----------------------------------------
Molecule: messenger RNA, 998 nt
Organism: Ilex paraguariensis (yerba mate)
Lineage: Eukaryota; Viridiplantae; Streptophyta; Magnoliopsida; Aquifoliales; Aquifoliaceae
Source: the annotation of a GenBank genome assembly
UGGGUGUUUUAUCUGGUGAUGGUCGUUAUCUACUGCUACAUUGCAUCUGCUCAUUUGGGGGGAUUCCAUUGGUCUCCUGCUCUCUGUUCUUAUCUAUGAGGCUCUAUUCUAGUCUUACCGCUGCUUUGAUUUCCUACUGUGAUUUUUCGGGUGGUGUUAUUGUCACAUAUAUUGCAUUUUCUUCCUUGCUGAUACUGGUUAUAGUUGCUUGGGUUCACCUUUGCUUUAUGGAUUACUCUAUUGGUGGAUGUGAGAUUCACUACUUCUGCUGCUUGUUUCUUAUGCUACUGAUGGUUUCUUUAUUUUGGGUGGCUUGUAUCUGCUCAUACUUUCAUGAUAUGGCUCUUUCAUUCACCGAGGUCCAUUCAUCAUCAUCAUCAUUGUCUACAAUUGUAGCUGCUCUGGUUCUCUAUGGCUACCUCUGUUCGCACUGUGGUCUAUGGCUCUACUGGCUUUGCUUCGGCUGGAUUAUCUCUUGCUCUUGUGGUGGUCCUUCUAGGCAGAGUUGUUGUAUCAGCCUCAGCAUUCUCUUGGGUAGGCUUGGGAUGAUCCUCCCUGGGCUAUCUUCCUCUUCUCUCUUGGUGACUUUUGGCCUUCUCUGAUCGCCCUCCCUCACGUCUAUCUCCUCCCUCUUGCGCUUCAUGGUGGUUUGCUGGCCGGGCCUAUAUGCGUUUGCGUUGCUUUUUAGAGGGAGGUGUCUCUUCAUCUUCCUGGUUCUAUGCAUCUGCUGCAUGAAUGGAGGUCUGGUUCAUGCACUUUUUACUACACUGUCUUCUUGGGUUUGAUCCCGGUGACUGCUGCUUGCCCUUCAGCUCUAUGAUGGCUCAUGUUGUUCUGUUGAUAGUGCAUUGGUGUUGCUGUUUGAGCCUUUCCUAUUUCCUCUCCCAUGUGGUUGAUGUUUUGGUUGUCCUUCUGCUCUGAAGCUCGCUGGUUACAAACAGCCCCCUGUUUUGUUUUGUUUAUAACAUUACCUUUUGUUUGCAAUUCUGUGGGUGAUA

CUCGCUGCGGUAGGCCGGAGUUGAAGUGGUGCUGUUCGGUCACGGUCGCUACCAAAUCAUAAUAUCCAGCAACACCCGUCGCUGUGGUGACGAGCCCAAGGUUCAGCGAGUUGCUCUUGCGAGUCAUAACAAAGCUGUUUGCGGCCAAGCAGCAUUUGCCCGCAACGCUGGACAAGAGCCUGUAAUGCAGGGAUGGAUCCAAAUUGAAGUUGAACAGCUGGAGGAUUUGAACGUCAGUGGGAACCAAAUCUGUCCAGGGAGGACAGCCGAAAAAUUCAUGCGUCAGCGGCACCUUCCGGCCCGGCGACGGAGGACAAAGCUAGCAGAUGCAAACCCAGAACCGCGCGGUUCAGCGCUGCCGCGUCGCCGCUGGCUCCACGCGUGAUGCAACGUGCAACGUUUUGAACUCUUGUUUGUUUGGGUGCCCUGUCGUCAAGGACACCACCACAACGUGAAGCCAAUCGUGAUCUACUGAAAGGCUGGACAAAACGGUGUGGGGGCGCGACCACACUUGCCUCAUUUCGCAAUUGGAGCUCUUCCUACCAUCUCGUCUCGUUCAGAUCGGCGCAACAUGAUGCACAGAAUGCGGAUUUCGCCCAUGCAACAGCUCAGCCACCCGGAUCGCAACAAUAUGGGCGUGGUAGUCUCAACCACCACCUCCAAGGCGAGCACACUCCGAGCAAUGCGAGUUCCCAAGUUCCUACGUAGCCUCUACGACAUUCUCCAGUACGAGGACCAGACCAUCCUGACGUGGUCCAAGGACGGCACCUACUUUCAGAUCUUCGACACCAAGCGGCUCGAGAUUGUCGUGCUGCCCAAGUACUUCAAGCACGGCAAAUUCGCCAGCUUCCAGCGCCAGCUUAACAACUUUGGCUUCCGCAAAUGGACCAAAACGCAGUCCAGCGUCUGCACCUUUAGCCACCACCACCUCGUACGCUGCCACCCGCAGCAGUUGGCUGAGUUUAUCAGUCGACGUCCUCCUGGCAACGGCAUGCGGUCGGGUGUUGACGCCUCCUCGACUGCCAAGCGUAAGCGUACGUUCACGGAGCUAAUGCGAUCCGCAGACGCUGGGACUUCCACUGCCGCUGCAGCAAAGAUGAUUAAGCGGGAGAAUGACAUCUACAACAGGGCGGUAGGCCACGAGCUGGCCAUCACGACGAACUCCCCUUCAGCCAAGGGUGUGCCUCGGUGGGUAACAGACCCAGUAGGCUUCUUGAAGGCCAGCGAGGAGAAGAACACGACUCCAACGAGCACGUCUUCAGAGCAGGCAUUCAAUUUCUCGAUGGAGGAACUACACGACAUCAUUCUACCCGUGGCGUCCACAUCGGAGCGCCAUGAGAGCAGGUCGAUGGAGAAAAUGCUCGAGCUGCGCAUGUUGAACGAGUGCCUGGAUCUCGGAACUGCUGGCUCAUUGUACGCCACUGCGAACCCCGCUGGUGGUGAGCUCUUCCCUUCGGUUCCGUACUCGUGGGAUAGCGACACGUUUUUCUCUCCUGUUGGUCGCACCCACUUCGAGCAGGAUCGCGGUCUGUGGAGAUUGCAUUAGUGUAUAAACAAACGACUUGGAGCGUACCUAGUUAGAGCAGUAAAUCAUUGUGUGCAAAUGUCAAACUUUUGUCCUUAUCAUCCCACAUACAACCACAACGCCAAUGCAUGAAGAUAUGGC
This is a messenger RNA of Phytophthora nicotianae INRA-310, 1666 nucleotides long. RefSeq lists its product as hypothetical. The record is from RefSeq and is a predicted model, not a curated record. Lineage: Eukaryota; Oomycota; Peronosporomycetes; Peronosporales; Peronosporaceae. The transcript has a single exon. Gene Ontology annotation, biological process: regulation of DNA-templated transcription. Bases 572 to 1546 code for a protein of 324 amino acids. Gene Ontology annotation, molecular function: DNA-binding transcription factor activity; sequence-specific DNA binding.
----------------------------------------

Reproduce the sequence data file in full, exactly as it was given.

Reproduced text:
Molecule: messenger RNA, 998 nt
Organism: Ilex paraguariensis (yerba mate)
Lineage: Eukaryota; Viridiplantae; Streptophyta; Magnoliopsida; Aquifoliales; Aquifoliaceae
Source: the annotation of a GenBank genome assembly
UGGGUGUUUUAUCUGGUGAUGGUCGUUAUCUACUGCUACAUUGCAUCUGCUCAUUUGGGGGGAUUCCAUUGGUCUCCUGCUCUCUGUUCUUAUCUAUGAGGCUCUAUUCUAGUCUUACCGCUGCUUUGAUUUCCUACUGUGAUUUUUCGGGUGGUGUUAUUGUCACAUAUAUUGCAUUUUCUUCCUUGCUGAUACUGGUUAUAGUUGCUUGGGUUCACCUUUGCUUUAUGGAUUACUCUAUUGGUGGAUGUGAGAUUCACUACUUCUGCUGCUUGUUUCUUAUGCUACUGAUGGUUUCUUUAUUUUGGGUGGCUUGUAUCUGCUCAUACUUUCAUGAUAUGGCUCUUUCAUUCACCGAGGUCCAUUCAUCAUCAUCAUCAUUGUCUACAAUUGUAGCUGCUCUGGUUCUCUAUGGCUACCUCUGUUCGCACUGUGGUCUAUGGCUCUACUGGCUUUGCUUCGGCUGGAUUAUCUCUUGCUCUUGUGGUGGUCCUUCUAGGCAGAGUUGUUGUAUCAGCCUCAGCAUUCUCUUGGGUAGGCUUGGGAUGAUCCUCCCUGGGCUAUCUUCCUCUUCUCUCUUGGUGACUUUUGGCCUUCUCUGAUCGCCCUCCCUCACGUCUAUCUCCUCCCUCUUGCGCUUCAUGGUGGUUUGCUGGCCGGGCCUAUAUGCGUUUGCGUUGCUUUUUAGAGGGAGGUGUCUCUUCAUCUUCCUGGUUCUAUGCAUCUGCUGCAUGAAUGGAGGUCUGGUUCAUGCACUUUUUACUACACUGUCUUCUUGGGUUUGAUCCCGGUGACUGCUGCUUGCCCUUCAGCUCUAUGAUGGCUCAUGUUGUUCUGUUGAUAGUGCAUUGGUGUUGCUGUUUGAGCCUUUCCUAUUUCCUCUCCCAUGUGGUUGAUGUUUUGGUUGUCCUUCUGCUCUGAAGCUCGCUGGUUACAAACAGCCCCCUGUUUUGUUUUGUUUAUAACAUUACCUUUUGUUUGCAAUUCUGUGGGUGAUA

CUCGCUGCGGUAGGCCGGAGUUGAAGUGGUGCUGUUCGGUCACGGUCGCUACCAAAUCAUAAUAUCCAGCAACACCCGUCGCUGUGGUGACGAGCCCAAGGUUCAGCGAGUUGCUCUUGCGAGUCAUAACAAAGCUGUUUGCGGCCAAGCAGCAUUUGCCCGCAACGCUGGACAAGAGCCUGUAAUGCAGGGAUGGAUCCAAAUUGAAGUUGAACAGCUGGAGGAUUUGAACGUCAGUGGGAACCAAAUCUGUCCAGGGAGGACAGCCGAAAAAUUCAUGCGUCAGCGGCACCUUCCGGCCCGGCGACGGAGGACAAAGCUAGCAGAUGCAAACCCAGAACCGCGCGGUUCAGCGCUGCCGCGUCGCCGCUGGCUCCACGCGUGAUGCAACGUGCAACGUUUUGAACUCUUGUUUGUUUGGGUGCCCUGUCGUCAAGGACACCACCACAACGUGAAGCCAAUCGUGAUCUACUGAAAGGCUGGACAAAACGGUGUGGGGGCGCGACCACACUUGCCUCAUUUCGCAAUUGGAGCUCUUCCUACCAUCUCGUCUCGUUCAGAUCGGCGCAACAUGAUGCACAGAAUGCGGAUUUCGCCCAUGCAACAGCUCAGCCACCCGGAUCGCAACAAUAUGGGCGUGGUAGUCUCAACCACCACCUCCAAGGCGAGCACACUCCGAGCAAUGCGAGUUCCCAAGUUCCUACGUAGCCUCUACGACAUUCUCCAGUACGAGGACCAGACCAUCCUGACGUGGUCCAAGGACGGCACCUACUUUCAGAUCUUCGACACCAAGCGGCUCGAGAUUGUCGUGCUGCCCAAGUACUUCAAGCACGGCAAAUUCGCCAGCUUCCAGCGCCAGCUUAACAACUUUGGCUUCCGCAAAUGGACCAAAACGCAGUCCAGCGUCUGCACCUUUAGCCACCACCACCUCGUACGCUGCCACCCGCAGCAGUUGGCUGAGUUUAUCAGUCGACGUCCUCCUGGCAACGGCAUGCGGUCGGGUGUUGACGCCUCCUCGACUGCCAAGCGUAAGCGUACGUUCACGGAGCUAAUGCGAUCCGCAGACGCUGGGACUUCCACUGCCGCUGCAGCAAAGAUGAUUAAGCGGGAGAAUGACAUCUACAACAGGGCGGUAGGCCACGAGCUGGCCAUCACGACGAACUCCCCUUCAGCCAAGGGUGUGCCUCGGUGGGUAACAGACCCAGUAGGCUUCUUGAAGGCCAGCGAGGAGAAGAACACGACUCCAACGAGCACGUCUUCAGAGCAGGCAUUCAAUUUCUCGAUGGAGGAACUACACGACAUCAUUCUACCCGUGGCGUCCACAUCGGAGCGCCAUGAGAGCAGGUCGAUGGAGAAAAUGCUCGAGCUGCGCAUGUUGAACGAGUGCCUGGAUCUCGGAACUGCUGGCUCAUUGUACGCCACUGCGAACCCCGCUGGUGGUGAGCUCUUCCCUUCGGUUCCGUACUCGUGGGAUAGCGACACGUUUUUCUCUCCUGUUGGUCGCACCCACUUCGAGCAGGAUCGCGGUCUGUGGAGAUUGCAUUAGUGUAUAAACAAACGACUUGGAGCGUACCUAGUUAGAGCAGUAAAUCAUUGUGUGCAAAUGUCAAACUUUUGUCCUUAUCAUCCCACAUACAACCACAACGCCAAUGCAUGAAGAUAUGGC
This is a messenger RNA of Phytophthora nicotianae INRA-310, 1666 nucleotides long. RefSeq lists its product as hypothetical. The record is from RefSeq and is a predicted model, not a curated record. Lineage: Eukaryota; Oomycota; Peronosporomycetes; Peronosporales; Peronosporaceae. The transcript has a single exon. Gene Ontology annotation, biological process: regulation of DNA-templated transcription. Bases 572 to 1546 code for a protein of 324 amino acids. Gene Ontology annotation, molecular function: DNA-binding transcription factor activity; sequence-specific DNA binding.